Patients suffering from diabetes and peripheral neuropathy often experience loss of sensation in their arms and legs. A decrease in feeling can lead to increased concerns about fall risk, which, in turn, can contribute to inactivity and instability. This vicious cycle, whereby patients limit their physical activity to avoid falling, can translate into loss of muscle mass and decreases in strength and coordination, too. The consequences of moving less often involve more falls and falls of greater severity.
When it comes to balance and neuropathy, concern about falling often directly correlates with the number of steps taken per day and the duration of walking sessions. For example, those least concerned about stumbling enjoy 50 percent more walking sessions and step counts than their counterparts who rate their balance as shakier, per Sensors.
Here’s what you need to know about neuropathy and balance to help your patients stay more active and independent.
Balance and Neuropathy
An estimated 30 million people in the United States deal with peripheral neuropathy. Among those most likely to experience this condition are individuals diagnosed with diabetes and patients who have undergone chemotherapy.
How much does peripheral neuropathy increase fall risk? According to Diabetic Medicine, it increases 23 times in those with diabetes mellitus and three times in those who’ve gone through chemotherapy. Unfortunately, when patients feel off-balance, they limit their physical activity. This, in turn, leads to worsening overall health and exacerbated risks of taking a tumble.
Why Early Intervention Matters
For this reason, it’s essential to recognize the symptoms of diabetic peripheral neuropathy early so that therapeutic interventions can be taken to mitigate damage and alleviate the progression of symptoms. But many patients don’t know what the red flags of neuropathy are. (These 10 neuropathy symptoms are an excellent place to start.) What’s more, they may not be aware that treatments to help manage neuropathy exist.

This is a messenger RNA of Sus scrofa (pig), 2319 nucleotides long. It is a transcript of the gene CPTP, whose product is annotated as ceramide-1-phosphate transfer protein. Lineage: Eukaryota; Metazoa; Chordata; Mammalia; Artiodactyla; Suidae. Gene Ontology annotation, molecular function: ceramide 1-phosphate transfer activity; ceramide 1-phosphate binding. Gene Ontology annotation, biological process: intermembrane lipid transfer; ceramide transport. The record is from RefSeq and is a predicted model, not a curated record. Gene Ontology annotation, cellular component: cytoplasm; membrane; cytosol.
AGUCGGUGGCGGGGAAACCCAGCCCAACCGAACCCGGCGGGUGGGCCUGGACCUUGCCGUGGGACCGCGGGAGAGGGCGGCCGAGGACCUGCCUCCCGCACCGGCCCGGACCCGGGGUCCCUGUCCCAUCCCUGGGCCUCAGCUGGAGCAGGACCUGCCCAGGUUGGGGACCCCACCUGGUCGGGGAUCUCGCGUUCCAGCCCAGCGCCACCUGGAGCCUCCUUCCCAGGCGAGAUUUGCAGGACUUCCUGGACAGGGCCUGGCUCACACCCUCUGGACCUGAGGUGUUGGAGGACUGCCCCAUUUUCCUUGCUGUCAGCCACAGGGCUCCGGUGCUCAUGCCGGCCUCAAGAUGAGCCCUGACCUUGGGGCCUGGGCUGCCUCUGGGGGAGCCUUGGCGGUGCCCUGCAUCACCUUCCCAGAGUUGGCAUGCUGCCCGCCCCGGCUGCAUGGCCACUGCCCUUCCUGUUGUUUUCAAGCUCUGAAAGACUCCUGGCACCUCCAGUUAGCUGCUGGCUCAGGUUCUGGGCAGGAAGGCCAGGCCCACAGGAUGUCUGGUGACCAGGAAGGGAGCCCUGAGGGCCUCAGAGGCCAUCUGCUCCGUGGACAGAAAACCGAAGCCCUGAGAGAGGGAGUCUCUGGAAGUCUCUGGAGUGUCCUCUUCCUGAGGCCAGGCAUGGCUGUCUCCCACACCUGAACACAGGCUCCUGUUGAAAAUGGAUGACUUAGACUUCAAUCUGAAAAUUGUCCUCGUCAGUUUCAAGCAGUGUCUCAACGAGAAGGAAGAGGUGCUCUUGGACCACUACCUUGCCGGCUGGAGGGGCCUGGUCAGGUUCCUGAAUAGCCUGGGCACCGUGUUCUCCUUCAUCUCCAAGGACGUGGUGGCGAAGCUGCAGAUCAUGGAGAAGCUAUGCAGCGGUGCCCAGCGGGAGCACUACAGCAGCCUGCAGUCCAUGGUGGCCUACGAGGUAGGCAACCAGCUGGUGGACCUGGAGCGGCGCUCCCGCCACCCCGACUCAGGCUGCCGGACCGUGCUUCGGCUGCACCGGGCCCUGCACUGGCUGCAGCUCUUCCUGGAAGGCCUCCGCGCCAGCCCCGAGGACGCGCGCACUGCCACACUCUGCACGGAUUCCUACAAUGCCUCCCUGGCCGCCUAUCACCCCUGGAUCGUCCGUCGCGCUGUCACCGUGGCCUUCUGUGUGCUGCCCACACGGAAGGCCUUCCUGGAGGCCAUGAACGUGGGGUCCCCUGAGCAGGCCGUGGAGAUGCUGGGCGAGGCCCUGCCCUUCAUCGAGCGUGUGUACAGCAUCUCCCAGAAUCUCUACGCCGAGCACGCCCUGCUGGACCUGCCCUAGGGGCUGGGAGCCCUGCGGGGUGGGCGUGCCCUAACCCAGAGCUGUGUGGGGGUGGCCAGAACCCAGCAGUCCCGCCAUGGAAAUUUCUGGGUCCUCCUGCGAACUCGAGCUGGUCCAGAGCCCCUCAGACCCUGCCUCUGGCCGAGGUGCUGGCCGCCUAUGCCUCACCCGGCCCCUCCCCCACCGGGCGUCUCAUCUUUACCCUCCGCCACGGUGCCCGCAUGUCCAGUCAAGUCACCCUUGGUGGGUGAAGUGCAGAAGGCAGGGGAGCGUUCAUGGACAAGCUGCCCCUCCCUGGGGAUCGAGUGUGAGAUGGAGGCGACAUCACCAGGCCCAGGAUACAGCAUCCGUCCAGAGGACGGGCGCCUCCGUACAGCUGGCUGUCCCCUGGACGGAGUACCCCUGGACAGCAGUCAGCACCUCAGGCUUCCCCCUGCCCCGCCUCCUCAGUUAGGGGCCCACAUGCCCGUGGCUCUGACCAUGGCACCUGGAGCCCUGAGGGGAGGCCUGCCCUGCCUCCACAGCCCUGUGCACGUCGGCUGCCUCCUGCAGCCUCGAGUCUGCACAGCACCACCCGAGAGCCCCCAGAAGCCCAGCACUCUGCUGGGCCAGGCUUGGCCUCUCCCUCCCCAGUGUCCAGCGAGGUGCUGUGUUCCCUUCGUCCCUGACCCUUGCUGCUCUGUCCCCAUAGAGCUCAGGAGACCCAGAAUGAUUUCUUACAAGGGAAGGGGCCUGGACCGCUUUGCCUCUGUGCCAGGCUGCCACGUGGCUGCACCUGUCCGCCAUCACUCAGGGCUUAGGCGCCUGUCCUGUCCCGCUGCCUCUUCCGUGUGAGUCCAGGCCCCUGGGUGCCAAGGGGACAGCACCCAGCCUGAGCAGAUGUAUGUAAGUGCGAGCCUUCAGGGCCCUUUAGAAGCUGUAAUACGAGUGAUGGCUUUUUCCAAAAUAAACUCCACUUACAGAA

Providing patients and their caretakers with the knowledge and resources needed to improve health outcomes is essential in your role as an independent pharmacist or convenient care clinician. Your position as a medical professional permits you to delve more deeply into patients’ health, which means you can help customers who might otherwise fall through the cracks when it comes to the recognition and diagnosis of this condition.
The NeuropaCalm Difference
Independent pharmacies and convenient care clinics play a vital role in ensuring patients have access to superior neuropathy treatment protocols. Your facility offers patients medical consultations, which means you have opportunities to build a rapport with your clientele. Likely, diabetic patients comprise a large cross-section of those seen at your pharmacy or clinic. This population suffers disproportionately from peripheral neuropathy.
Many take medications such as statins, pregabalin, and gabapentin, so you have consistent chances to interact with them as they pick up prescriptions. Every point of contact with patients and their caretakers represents a chance to educate them about fall risk, balance, and neuropathy.
We can help you start the discussion by providing your facility with the resources and knowledge to properly diagnose the condition and offer appropriate therapeutic interventions via the NeuropaCalm Care Program.
Contact us today to learn more about this exciting new treatment program and to schedule a webinar for more in-depth information about how to bring it to your facility.